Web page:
ligget murder, december 9, 1935, newspaper morgue files, hclib, rita y

The Murder of Walter Liggett

Published December 4, 2013 by Kirsten Delegard

One of the crimes that prompted the “Murder in Minneapolis” map that I posted on Monday was the slaying of Walter W. Liggett, the radical publisher of the small Mid-West American. A couple of months before he was gunned down in the south Minneapolis alley behind his apartment, Liggett had predicted his own death in a letter to Chicago Tribune publisher Colonel McCormick. Liggett believed he had be…en targeted by the same gangsters who had gunned down another crusading editor–Howard Guilford–on Pillsbury Avenue in September, 1934. McCormick (a wealthy industrialist and publisher) and Liggett (a radical editor of a marginal publication that railed against vice and big banks) were strange bedfellows. But they were united in their animus towards Floyd B. Olson, the charismatic and popular governor of Minnesota who both men believed had deep ties to the underworld.
This photo from December 9, 1935 shows the Liggett murder scene at 1825 Second Avenue South, before police had removed the editor’s body. As was customary at the time, the newspaper published the grisly photo. Liggett was machine-gunned down on a wintry evening as he returned from grocery shopping with his wife and daughter, who were seated in the back seat of the Ford automobile in the background. Liggett’s wife was adamant that she recognized one of the gunmen as notorious gangster Kidd Cann. Cann was indicted for the murder but escaped conviction on the strength of testimony from a group of barbers from the Artistic Barbershop downtown, who claimed that the well-known mobster was getting a haircut at the time of the murder. Liggett’s daughter, Marda Woodbury, would later publish Stopping the Presses, a book that recounted her memories of the murder and the threats preceding this terrible moment in the cold alley.
Photo is from the newspaper “morgue” files at the Minneapolis collection, Hennepin County Central Library. My thanks to intrepid Historyapolis volunteer Rita Yeada for digitizing images from this uncatalogued collection.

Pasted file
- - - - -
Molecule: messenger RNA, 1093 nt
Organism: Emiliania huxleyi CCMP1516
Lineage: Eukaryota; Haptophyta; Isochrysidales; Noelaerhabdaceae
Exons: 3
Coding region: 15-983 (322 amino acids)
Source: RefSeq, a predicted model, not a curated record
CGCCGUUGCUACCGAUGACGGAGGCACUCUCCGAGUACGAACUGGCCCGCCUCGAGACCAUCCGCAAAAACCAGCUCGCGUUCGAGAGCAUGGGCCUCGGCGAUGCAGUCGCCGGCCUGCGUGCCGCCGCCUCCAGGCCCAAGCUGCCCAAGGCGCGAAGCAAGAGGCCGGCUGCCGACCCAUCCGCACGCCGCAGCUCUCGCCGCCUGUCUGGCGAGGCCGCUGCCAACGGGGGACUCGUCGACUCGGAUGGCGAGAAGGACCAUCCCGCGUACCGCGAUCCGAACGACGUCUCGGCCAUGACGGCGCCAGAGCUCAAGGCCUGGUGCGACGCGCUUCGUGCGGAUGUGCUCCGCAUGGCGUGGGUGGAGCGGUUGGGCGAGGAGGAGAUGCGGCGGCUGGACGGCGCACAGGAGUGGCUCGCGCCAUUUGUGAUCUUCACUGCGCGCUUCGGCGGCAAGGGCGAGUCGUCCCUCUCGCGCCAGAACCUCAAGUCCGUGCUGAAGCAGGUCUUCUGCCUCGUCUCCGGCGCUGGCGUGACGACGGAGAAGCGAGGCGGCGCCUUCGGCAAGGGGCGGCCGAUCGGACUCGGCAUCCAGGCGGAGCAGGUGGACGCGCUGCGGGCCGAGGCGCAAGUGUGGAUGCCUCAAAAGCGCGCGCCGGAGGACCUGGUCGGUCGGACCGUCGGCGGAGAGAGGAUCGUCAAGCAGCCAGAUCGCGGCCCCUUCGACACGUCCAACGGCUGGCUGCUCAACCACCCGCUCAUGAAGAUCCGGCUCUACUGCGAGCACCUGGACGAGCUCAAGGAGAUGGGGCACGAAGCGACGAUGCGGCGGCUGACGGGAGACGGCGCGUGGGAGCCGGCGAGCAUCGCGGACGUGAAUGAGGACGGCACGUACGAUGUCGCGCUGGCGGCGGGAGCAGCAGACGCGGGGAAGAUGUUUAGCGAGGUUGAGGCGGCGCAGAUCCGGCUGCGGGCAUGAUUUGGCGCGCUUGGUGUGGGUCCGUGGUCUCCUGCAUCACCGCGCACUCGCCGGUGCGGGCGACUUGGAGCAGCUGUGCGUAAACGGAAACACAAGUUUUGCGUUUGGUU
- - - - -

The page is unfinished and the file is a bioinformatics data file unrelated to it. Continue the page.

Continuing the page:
postable version, murder in minneapolis map, chicago tribune, 1936, hclib

Murder in Minneapolis, 1936

Published December 2, 2013 by Kirsten Delegard

It’s map Monday.

Published by the Chicago Tribune in 1936, this “Murder in Minneapolis” map was designed to illuminate “the Facts about a Crime-Ridden City.” Compiled as the city hit bottom, the diagram reflects the town’s unsavory reputation in 1936. Between the Teamsters’ strike of 1934 and 1946–when Minneapolis earned the ignominious title of “anti-Semitism” capital of the United States–the city was regarded with fascinated horror by the rest of the country. One report after another declared that Minneapolis was beyond repair–its economy in tatters, its social relations poisonous, and its criminal element unchallenged. In the article accompanying this diagram, Tribune reporter Wayne Thomis wondered: “Why is it that the decent-law-loving men and women who live in that city and state do not take some bold direct action to eliminate gangsters, gang lawyers and hoodlum-befriending politicians?”

This “expose” of Minneapolis was compiled by the conservative Chicago Tribune, which laid responsibility for the city’s lawlessness at the feet of the state’s political radicals. The accompanying article was a screed against Minnesota’s Governor Floyd B. Olson, who grew up on the Northside of Minneapolis and went on to become District Attorney of Hennepin County before winning the governorship. In the early years of the Great Depression, Olson became nationally known for his fiery radicalism, declaring in 1934: “I am not a liberal. I am what I want to be — a radical.” He was seen as presidential material in 1936, a challenge from the left to Franklin Delano Roosevelt. Conservatives (including Tribune publisher McCormick) hated him for his radical rhetoric, though he governed pragmatically until he died prematurely from stomach cancer, seven months after this article was published.

The map highlighted some of the deaths associated with the labor violence that had rocked the city since the global economic collapse. The article and accompanying graphic also detailed a series of murders that were blamed on local mobsters, including those of crusading journalists Walter Liggett and Howard Guilford, who sought to expose the connections between the state’s political and underworlds.

streetcar burning, 1954, minneapolis special collections

Streetcars in Minneapolis: Now and Then

Published June 19, 2013 by Kirsten Delegard

The city has decided to invest millions to build new streetcar lines. Which beggars the question, what happened to our old streetcar system? It met its demise in June of 1954, when this sinister-looking photo was taken. This image records the celebration organized by the Twin City Rapid Transit Company, when it declared streetcars to be relics of the past. On this early summer day, the company actually burned streetcars –like the one in the background–to demonstrate its commitment to progress and innovation. The men in this photo were celebrating the purchase of 525 buses, which had been financed with liberal terms from General Motors. This allowed them to discard the streetcars and dispose of assets necessary to maintain the rail network. This image shows TCRT treasurer James Towey handing a check (from NSP for the company’s Main Steam Station) to company president Fred Ossanna, who was later investigated for shady business dealings and political bribes.

Photograph Credit: Minneapolis collection, Hennepin County Central Library.